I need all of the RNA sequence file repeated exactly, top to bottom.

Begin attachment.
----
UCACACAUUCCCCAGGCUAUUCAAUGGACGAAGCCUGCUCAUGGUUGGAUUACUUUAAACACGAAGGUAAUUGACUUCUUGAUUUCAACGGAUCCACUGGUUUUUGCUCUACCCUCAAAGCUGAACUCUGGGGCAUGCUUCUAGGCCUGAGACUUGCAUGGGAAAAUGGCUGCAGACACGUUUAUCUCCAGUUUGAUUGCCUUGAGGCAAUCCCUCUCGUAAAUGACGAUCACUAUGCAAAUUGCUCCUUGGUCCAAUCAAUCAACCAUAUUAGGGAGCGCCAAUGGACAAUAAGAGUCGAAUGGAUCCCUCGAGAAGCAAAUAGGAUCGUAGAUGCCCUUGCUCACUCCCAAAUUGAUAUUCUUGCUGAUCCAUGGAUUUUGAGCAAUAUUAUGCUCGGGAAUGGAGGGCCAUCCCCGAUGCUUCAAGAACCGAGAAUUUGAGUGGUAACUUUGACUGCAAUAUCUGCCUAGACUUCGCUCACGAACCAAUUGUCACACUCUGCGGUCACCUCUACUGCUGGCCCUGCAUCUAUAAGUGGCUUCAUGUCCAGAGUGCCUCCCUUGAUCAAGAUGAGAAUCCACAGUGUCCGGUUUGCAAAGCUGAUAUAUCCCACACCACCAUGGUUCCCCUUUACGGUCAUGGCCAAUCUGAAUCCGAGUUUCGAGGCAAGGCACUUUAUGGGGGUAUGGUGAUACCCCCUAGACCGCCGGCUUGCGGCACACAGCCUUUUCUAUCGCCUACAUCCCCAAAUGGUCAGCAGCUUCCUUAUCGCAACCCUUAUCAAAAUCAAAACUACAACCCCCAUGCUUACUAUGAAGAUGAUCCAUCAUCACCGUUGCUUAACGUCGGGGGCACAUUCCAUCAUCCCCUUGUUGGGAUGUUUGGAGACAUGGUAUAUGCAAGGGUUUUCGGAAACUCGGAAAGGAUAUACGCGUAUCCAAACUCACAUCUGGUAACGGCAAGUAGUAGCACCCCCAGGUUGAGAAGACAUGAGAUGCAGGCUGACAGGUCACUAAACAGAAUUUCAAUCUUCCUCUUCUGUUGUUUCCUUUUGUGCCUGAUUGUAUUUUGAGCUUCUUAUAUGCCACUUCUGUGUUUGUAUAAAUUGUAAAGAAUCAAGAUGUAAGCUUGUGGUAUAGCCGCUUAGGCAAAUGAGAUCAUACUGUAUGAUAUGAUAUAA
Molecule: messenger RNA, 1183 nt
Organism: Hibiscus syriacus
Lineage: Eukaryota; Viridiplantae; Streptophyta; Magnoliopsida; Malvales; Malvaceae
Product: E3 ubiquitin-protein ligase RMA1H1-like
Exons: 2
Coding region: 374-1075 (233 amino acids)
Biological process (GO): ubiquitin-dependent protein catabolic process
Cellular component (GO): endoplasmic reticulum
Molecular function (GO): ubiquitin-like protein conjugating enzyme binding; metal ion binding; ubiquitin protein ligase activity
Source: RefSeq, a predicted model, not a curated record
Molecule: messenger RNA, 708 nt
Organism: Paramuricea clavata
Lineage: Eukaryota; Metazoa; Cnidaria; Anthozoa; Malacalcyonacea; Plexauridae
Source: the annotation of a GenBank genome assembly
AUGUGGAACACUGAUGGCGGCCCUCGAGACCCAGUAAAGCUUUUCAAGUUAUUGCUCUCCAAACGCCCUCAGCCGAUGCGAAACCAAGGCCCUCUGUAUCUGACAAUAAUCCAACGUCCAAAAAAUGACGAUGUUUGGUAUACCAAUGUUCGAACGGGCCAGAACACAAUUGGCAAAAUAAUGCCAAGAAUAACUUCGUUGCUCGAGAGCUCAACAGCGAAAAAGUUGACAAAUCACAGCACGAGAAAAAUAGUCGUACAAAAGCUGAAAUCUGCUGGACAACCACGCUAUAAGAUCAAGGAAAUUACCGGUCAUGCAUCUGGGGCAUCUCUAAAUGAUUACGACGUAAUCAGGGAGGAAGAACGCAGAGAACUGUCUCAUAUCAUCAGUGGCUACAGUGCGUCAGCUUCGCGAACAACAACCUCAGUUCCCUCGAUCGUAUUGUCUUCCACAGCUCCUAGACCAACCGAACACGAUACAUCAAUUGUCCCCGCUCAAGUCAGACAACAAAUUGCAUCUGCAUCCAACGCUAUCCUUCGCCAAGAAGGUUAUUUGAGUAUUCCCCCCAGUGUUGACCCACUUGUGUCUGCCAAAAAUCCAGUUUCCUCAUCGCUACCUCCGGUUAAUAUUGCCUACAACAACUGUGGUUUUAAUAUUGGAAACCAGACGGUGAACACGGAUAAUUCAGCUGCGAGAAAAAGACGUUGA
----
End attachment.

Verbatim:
UCACACAUUCCCCAGGCUAUUCAAUGGACGAAGCCUGCUCAUGGUUGGAUUACUUUAAACACGAAGGUAAUUGACUUCUUGAUUUCAACGGAUCCACUGGUUUUUGCUCUACCCUCAAAGCUGAACUCUGGGGCAUGCUUCUAGGCCUGAGACUUGCAUGGGAAAAUGGCUGCAGACACGUUUAUCUCCAGUUUGAUUGCCUUGAGGCAAUCCCUCUCGUAAAUGACGAUCACUAUGCAAAUUGCUCCUUGGUCCAAUCAAUCAACCAUAUUAGGGAGCGCCAAUGGACAAUAAGAGUCGAAUGGAUCCCUCGAGAAGCAAAUAGGAUCGUAGAUGCCCUUGCUCACUCCCAAAUUGAUAUUCUUGCUGAUCCAUGGAUUUUGAGCAAUAUUAUGCUCGGGAAUGGAGGGCCAUCCCCGAUGCUUCAAGAACCGAGAAUUUGAGUGGUAACUUUGACUGCAAUAUCUGCCUAGACUUCGCUCACGAACCAAUUGUCACACUCUGCGGUCACCUCUACUGCUGGCCCUGCAUCUAUAAGUGGCUUCAUGUCCAGAGUGCCUCCCUUGAUCAAGAUGAGAAUCCACAGUGUCCGGUUUGCAAAGCUGAUAUAUCCCACACCACCAUGGUUCCCCUUUACGGUCAUGGCCAAUCUGAAUCCGAGUUUCGAGGCAAGGCACUUUAUGGGGGUAUGGUGAUACCCCCUAGACCGCCGGCUUGCGGCACACAGCCUUUUCUAUCGCCUACAUCCCCAAAUGGUCAGCAGCUUCCUUAUCGCAACCCUUAUCAAAAUCAAAACUACAACCCCCAUGCUUACUAUGAAGAUGAUCCAUCAUCACCGUUGCUUAACGUCGGGGGCACAUUCCAUCAUCCCCUUGUUGGGAUGUUUGGAGACAUGGUAUAUGCAAGGGUUUUCGGAAACUCGGAAAGGAUAUACGCGUAUCCAAACUCACAUCUGGUAACGGCAAGUAGUAGCACCCCCAGGUUGAGAAGACAUGAGAUGCAGGCUGACAGGUCACUAAACAGAAUUUCAAUCUUCCUCUUCUGUUGUUUCCUUUUGUGCCUGAUUGUAUUUUGAGCUUCUUAUAUGCCACUUCUGUGUUUGUAUAAAUUGUAAAGAAUCAAGAUGUAAGCUUGUGGUAUAGCCGCUUAGGCAAAUGAGAUCAUACUGUAUGAUAUGAUAUAA
Molecule: messenger RNA, 1183 nt
Organism: Hibiscus syriacus
Lineage: Eukaryota; Viridiplantae; Streptophyta; Magnoliopsida; Malvales; Malvaceae
Product: E3 ubiquitin-protein ligase RMA1H1-like
Exons: 2
Coding region: 374-1075 (233 amino acids)
Biological process (GO): ubiquitin-dependent protein catabolic process
Cellular component (GO): endoplasmic reticulum
Molecular function (GO): ubiquitin-like protein conjugating enzyme binding; metal ion binding; ubiquitin protein ligase activity
Source: RefSeq, a predicted model, not a curated record
Molecule: messenger RNA, 708 nt
Organism: Paramuricea clavata
Lineage: Eukaryota; Metazoa; Cnidaria; Anthozoa; Malacalcyonacea; Plexauridae
Source: the annotation of a GenBank genome assembly
AUGUGGAACACUGAUGGCGGCCCUCGAGACCCAGUAAAGCUUUUCAAGUUAUUGCUCUCCAAACGCCCUCAGCCGAUGCGAAACCAAGGCCCUCUGUAUCUGACAAUAAUCCAACGUCCAAAAAAUGACGAUGUUUGGUAUACCAAUGUUCGAACGGGCCAGAACACAAUUGGCAAAAUAAUGCCAAGAAUAACUUCGUUGCUCGAGAGCUCAACAGCGAAAAAGUUGACAAAUCACAGCACGAGAAAAAUAGUCGUACAAAAGCUGAAAUCUGCUGGACAACCACGCUAUAAGAUCAAGGAAAUUACCGGUCAUGCAUCUGGGGCAUCUCUAAAUGAUUACGACGUAAUCAGGGAGGAAGAACGCAGAGAACUGUCUCAUAUCAUCAGUGGCUACAGUGCGUCAGCUUCGCGAACAACAACCUCAGUUCCCUCGAUCGUAUUGUCUUCCACAGCUCCUAGACCAACCGAACACGAUACAUCAAUUGUCCCCGCUCAAGUCAGACAACAAAUUGCAUCUGCAUCCAACGCUAUCCUUCGCCAAGAAGGUUAUUUGAGUAUUCCCCCCAGUGUUGACCCACUUGUGUCUGCCAAAAAUCCAGUUUCCUCAUCGCUACCUCCGGUUAAUAUUGCCUACAACAACUGUGGUUUUAAUAUUGGAAACCAGACGGUGAACACGGAUAAUUCAGCUGCGAGAAAAAGACGUUGA